by Karen Hall, Assistant Director External Relations and Policy, Disability Action.
Disability Action helped to bring My Journey My Voice into being and are the a forefront in supporting disabled people to have their voices heard through their advocacy and campaigning work. Here Karen reflects on her organisation's involvement in My Journey My Voice.
When the Royal College approached Disability Action about being in involved in this programme, we were delighted to get involved.
In our work, and in particular our advocacy work, we know the importance of communication and the difference it can make in ensuring a persons rights and autonomy respected and achieved. I'll talk about this a little more later.
Communication disability is hidden; misunderstood and very often is part of a more complex disability. This means there is greater risk of the barriers to communication not being considered or addressed.
That is why it is particularly welcome that it is the voices of the people that have experienced a communication disability that are heard in this exhibition. As I am sure you will agree it is their voices that show, how with the right support and resources, that barriers can be broken down.
In the Northern Ireland census nearly 30,000 people stated that their primary disability was communication. What that doesn't tell us is why, but what the exhibition demonstrates is the wide range of conditions that can have an impact on communication.
We know that it can be life long or acquired later in life. But whatever the stage in life, access to the speech and language therapy can have a significant impact.
We know the impact the support of speech and language therapy can have, especially through our advocacy work. In many cases by working in partnership with speech and language professionals and advocacy workers we have been able to ensure the rights of disabled people.
Whether it is about working with an individual to help them articulate where they would like to live, or working with them to ensure that they can provide the best evidence possible where they have been subject to abuse.
Abuse of disabled people can take many forms, physical, sexual and financial. Through our work we know that how a person communicates what has happened to them can be the most difficult barrier to breakdown. And we also know that not having the appropriate support to communicate can put someone at greater risk.
It can take considerable time to ensure that a person can communicate their preferences. Thinking about one journey in particular about supporting a person to choose where they lived. In the first instance, we though this isn't going to be possible. However, with support of speech and language therapy over a period of 3 months we were able to work with the individual so that they chose where they wanted to live. The person had lived in number of different places over a period of a year. Each time the living arrangements didn't work out for various reasons. After doing the work to find out where that person wanted to live, they had choice and I am glad to say are settled and enjoying their home.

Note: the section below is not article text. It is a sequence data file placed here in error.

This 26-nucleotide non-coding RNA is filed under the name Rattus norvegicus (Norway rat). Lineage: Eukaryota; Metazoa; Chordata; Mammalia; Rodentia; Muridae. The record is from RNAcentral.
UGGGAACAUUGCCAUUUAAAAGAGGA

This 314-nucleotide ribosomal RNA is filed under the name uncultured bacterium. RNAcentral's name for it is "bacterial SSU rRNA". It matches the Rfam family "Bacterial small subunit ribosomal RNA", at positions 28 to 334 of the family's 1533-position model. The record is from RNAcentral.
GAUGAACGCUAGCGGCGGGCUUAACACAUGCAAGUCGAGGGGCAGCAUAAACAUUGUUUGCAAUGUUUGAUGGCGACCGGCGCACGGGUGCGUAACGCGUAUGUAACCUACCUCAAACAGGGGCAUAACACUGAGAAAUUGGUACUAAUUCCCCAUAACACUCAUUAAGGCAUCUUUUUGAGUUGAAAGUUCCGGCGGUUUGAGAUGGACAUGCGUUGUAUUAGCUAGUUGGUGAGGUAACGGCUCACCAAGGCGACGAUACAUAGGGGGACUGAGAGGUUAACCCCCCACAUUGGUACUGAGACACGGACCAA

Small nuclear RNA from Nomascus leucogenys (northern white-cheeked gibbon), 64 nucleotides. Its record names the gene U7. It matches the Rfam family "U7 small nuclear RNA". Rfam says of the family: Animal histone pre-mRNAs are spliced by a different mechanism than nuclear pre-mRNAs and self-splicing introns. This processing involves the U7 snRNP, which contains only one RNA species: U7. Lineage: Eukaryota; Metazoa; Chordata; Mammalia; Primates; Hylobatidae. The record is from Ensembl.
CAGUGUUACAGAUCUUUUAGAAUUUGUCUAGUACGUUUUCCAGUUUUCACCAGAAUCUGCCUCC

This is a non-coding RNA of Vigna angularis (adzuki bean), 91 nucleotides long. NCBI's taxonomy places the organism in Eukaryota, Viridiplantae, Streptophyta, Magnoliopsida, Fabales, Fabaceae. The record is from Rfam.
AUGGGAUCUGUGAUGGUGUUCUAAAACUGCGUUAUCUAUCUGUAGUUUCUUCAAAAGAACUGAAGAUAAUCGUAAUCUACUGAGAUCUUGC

It is dangerous to presume and that's why we never do, we are not experts. But by working in partnership with Speech and Language Therapists then we have a better chance of ensuring the rights of disabled people.
As some of you will be aware there is currently new mental capacity legislation going through the Assembly. The Bill is significant and the subsequent regulations and codes of practice that have yet to be developed will go some way in helping to ensure that the voice of the person is heard. However, as with others, we have raised some concerns about the Bill. It would take me more than 10 minutes to say it all but in short; we want to ensure that there is more focus on the wills and preferences of the person. It should, and must be about supported decision making.
It is through our work with people with complex disabilities that we know that with the right support, such as with communication, and then it is possible for people to make decisions about their lives.
I don't think it could be timelier that the exhibition is launched, to demonstrate how communication can impact on a person's life.
Through the wide range of engagement work that we do, one of they key things that disabled people tell us that they want to happen is raising awareness. Article 8 of the UNCRPD particularly focuses on awareness raising - and in our work on the Convention this is the one article that people with disabilities have told us is the most important.
The people that have shared their voices and journey for this exhibition are doing just that - raising awareness. Now we have to ensure is that the exhibition is seen and heard by as many people as possible.
By doing this then our hope is that Northern Ireland can become a more informed society and better understand communication disability.